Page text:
Advanced Essay #3: [They are Human To]

Introduction: For my paper this quarter I wanted to write about something that I have always been passionate about and while reading this unit I became even more interested: How those in the military are treated and how that affected their mental health. I had the opportunity to talk to a marine currently on duty and the insight provided was very heart-breaking.

They are Human To

During the summer of 2002, the army base at Fort Bragg's was under fire. Four soldiers had killed their wives and two of them had ended their own lives. Everyone was in a frenzy to point fingers and find the culprit behind all four murders; what had caused these soldiers to kill their wives in cold blood? What has caused them to snap? There have been many experiments done on soldiers, marines, and those that serve in the military to see the effects that boot camp and just being in the military in general has on them mentally. Most times they come to the conclusion that nothing really changes other than their anxiety levels, however, how do we explain four murders from four soldiers who had experienced war first hand, who had been to Afghanistan, who had gone to boot camp? Now the question at hand is, how does the military, and more specifically, boot camp, affect those mentally?

When recruits enlist into any of the following five branches: army, navy, coast guard, air force or marine corps, they are forced to attend boot camp for eight weeks. During these eight weeks they are put through rigorous training, meant to break them down and dehumanize them. In an article written by the University of Washington, the author quotes Joshua J. Jackson, Ph.D., an assistant professor of psychology in Arts & Sciences. He conducted a study on the behavior of soldiers and found that for soldiers, “from the moment you wake up in the morning until you go to bed at night, someone is actively working to break down anything that’s individual about you and to build up something else in its place” (Gerry Everding  February 9, 2012). Imagine someone actively working to break your very essence, what makes you human and replace it with something else, a killing machine. This would be more than enough to cause someone to snap, making them perhaps kill their wife.

Now, when wondering what goes on inside actual boot camp a research article written by Sage Journals, breaks down what happened and what they found inside a boot camp, recounting stories of, “cadence calls ranging from sexist to sexually aggressive to misogynistic were heard shouted by troops in formations. The rationale for training soldiers in this manner is the belief that young male soldiers will be trained to desire combat instead of fear it. When used in an environment that tolerates sexism, the tactic can also teach soldiers to link sexual aggression and violence with the denigration of women.” (April 1, 2003).  In boot camp like these, they are training their men to crave the violence, exploiting their masculinity and forcing them to associate aggression and this desire for violence to the abuse and degradation of women. The first few weeks they’re given a taste of the cruelest and hardest part of the military experience and it only gets worse from there.

In camps where it is only men, often times their masculinity trait is exploited to the maximum. They are being trained to become something else, to obey when given a command. I had the opportunity to talk to an active member of the marine corps to get more of a first-person insight into the realities of boot camp. This marine shared with me things that he witnessed and lived through when he was in boot camp and even now on base. When we were talking about bootcamp and his experience during his first eight weeks he described them “ mentally and physically exhausting ,” he told me about things that had endured throughout the entire process “ the first three days they didn’t allow us to sleep. Once we hit the third day some of us started hallucinating. I fell asleep walking once.” He talked about activities that they would be forced to do, “The officers would force us to fight each other, I watched multiple people get their heads slammed on the floor.” When hearing these things my mind immediately went to how prisoners are treated. Like a prisoner, the effects of what they experience and live through is often reflected after they leave the military. In a article written by the University of Washington, the author quotes Joshua J. Jackson, PhD, an assistant professor of psychology in Arts & Sciences, on the effects that life after militarism has on them, saying, “men who have experienced military service tend to score lower than civilian counterparts on measures of agreeableness.” This saying that after they leave the military and return to being a regular civilian their character is not the same. They can have a hard time making connections people or maintaining relationships and even obtaining jobs or positions within. This can lead to higher anxiety levels and mild levels of depression setting in. This is a sad fact, for many veterans this is the route that their life took and have not been able to make better.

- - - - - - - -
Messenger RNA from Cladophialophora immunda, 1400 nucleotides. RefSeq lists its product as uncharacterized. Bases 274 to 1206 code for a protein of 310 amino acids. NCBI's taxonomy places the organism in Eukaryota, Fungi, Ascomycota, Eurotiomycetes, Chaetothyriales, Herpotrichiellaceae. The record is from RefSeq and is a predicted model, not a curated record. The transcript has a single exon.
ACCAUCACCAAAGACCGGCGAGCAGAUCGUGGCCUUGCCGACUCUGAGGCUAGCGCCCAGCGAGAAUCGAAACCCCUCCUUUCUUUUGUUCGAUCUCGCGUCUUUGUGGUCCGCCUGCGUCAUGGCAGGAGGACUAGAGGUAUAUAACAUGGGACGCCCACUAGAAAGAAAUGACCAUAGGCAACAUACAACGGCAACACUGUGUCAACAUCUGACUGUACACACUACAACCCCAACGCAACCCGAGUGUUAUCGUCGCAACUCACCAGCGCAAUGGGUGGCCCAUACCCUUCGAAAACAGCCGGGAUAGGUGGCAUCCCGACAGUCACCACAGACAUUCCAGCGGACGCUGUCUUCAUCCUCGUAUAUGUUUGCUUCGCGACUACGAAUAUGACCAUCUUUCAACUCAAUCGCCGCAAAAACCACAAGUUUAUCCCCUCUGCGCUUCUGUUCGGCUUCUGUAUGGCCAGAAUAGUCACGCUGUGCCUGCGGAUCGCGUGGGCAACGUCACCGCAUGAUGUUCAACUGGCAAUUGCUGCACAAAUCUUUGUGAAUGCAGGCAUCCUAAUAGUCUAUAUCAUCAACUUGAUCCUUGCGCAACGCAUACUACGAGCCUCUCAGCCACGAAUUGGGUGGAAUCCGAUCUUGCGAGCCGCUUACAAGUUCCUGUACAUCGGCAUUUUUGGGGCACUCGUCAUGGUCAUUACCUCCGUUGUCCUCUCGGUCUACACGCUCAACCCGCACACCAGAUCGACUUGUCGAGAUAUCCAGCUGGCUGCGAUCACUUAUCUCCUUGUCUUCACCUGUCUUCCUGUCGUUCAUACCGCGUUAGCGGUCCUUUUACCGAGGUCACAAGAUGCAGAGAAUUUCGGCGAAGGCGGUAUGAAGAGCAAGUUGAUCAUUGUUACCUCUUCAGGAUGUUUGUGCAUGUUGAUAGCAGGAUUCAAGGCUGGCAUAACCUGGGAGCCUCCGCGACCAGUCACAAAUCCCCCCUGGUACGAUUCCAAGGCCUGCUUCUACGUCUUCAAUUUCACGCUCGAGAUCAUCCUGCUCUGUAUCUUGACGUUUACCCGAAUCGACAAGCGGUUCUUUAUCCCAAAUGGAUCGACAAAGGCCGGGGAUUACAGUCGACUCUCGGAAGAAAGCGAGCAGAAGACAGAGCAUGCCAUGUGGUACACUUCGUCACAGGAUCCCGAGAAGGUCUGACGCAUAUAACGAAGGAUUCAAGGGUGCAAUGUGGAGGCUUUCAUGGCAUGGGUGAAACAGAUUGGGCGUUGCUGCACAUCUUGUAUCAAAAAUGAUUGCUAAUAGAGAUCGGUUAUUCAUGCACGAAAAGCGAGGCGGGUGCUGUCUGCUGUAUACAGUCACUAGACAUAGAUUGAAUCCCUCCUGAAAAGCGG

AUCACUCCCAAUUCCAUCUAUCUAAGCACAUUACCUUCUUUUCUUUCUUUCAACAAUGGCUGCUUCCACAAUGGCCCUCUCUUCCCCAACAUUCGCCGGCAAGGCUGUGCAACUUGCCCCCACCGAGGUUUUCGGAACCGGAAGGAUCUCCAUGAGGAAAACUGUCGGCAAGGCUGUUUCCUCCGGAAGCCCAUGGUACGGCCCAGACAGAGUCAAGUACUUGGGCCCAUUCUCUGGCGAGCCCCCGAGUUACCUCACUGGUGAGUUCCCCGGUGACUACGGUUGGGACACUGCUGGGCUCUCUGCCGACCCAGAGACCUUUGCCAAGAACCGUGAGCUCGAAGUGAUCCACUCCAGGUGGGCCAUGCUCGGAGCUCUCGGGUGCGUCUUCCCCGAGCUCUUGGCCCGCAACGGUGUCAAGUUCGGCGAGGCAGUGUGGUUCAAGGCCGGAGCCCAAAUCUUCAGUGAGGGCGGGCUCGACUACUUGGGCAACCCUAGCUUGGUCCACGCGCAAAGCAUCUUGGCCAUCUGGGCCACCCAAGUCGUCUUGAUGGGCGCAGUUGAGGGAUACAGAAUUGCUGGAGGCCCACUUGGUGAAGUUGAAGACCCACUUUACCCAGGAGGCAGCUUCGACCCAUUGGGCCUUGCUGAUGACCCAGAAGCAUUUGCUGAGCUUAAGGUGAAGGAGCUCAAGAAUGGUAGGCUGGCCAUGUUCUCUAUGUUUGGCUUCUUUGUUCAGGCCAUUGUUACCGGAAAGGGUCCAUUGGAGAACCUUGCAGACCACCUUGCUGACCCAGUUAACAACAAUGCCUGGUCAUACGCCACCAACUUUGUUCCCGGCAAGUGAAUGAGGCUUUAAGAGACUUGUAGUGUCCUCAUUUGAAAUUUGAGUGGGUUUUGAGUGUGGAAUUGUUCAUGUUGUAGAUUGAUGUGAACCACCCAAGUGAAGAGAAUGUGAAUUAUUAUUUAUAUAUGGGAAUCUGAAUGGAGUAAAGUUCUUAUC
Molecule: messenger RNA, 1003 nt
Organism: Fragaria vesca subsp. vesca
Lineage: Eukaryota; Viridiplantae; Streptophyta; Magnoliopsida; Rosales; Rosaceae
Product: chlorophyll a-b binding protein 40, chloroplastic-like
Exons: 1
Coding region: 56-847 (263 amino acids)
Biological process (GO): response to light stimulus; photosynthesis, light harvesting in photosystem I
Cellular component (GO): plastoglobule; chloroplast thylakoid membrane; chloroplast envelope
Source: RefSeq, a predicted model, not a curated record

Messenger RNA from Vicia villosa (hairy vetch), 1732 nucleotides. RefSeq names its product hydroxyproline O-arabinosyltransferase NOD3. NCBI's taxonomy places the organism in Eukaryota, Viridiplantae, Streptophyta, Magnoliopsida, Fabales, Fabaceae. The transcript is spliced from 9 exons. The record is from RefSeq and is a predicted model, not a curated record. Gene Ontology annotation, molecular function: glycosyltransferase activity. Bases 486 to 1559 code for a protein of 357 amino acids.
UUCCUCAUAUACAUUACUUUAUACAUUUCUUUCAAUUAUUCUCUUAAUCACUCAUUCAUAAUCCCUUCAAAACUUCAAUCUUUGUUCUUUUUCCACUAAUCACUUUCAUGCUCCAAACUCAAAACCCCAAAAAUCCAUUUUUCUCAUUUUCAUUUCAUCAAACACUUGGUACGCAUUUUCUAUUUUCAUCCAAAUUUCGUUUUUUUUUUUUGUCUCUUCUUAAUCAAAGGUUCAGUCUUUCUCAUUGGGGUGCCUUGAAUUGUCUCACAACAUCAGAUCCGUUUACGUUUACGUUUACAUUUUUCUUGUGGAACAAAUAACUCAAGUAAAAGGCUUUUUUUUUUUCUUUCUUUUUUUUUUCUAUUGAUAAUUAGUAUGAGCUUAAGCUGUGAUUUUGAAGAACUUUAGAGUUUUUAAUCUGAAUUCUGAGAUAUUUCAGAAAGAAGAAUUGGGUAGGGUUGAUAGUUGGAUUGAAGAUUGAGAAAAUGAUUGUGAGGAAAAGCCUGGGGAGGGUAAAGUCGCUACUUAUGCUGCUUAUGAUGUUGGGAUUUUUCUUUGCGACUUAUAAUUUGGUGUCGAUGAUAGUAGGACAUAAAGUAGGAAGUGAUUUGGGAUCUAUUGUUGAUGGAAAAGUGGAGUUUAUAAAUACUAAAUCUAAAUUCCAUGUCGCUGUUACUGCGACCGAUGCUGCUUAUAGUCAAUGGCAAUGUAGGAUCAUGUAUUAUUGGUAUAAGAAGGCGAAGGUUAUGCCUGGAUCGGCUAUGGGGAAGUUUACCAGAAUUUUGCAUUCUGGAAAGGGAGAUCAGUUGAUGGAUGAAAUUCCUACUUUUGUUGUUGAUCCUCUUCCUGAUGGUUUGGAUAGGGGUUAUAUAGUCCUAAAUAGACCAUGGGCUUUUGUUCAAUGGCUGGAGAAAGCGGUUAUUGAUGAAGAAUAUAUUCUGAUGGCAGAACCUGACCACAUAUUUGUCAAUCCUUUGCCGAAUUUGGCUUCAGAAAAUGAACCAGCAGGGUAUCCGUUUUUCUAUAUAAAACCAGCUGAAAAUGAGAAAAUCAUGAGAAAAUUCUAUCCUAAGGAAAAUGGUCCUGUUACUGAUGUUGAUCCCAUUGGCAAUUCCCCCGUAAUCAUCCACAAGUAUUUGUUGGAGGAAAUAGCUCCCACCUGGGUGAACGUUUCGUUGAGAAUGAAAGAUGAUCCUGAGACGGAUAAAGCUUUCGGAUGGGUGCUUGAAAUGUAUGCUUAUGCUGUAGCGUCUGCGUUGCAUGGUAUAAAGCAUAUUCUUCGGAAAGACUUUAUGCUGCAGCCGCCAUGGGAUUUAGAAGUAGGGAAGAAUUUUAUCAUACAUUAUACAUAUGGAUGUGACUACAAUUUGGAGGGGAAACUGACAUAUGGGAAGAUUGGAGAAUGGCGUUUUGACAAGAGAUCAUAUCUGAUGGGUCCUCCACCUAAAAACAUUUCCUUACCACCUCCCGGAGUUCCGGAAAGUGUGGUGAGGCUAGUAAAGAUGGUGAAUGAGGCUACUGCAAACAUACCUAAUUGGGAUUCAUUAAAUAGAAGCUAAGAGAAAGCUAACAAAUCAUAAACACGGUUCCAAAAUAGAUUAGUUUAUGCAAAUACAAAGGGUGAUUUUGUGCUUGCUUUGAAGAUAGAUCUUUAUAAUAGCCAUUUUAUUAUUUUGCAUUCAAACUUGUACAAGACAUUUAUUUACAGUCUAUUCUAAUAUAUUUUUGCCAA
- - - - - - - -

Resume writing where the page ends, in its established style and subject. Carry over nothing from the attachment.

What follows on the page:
A human is not conditioned to live under these situations and certainly can not function properly if they are malnourished and tired; they are weak. They are stripping their soldier, marines, sailors, and airmen of their identity, what makes them human, through actual physical torture and then they are just leaving the shell behind, a simple body. Then, after they are done with them they throw them back into society and expect them to go right back to their normal life after all the trauma they have endured. We need to realize that they are humans, they are not robots, they have emotions, we need to help them and allow their minds to heal. Disorders like PTSD have been linked to soldiers who had been to combat. They are sick and have to be treated as such.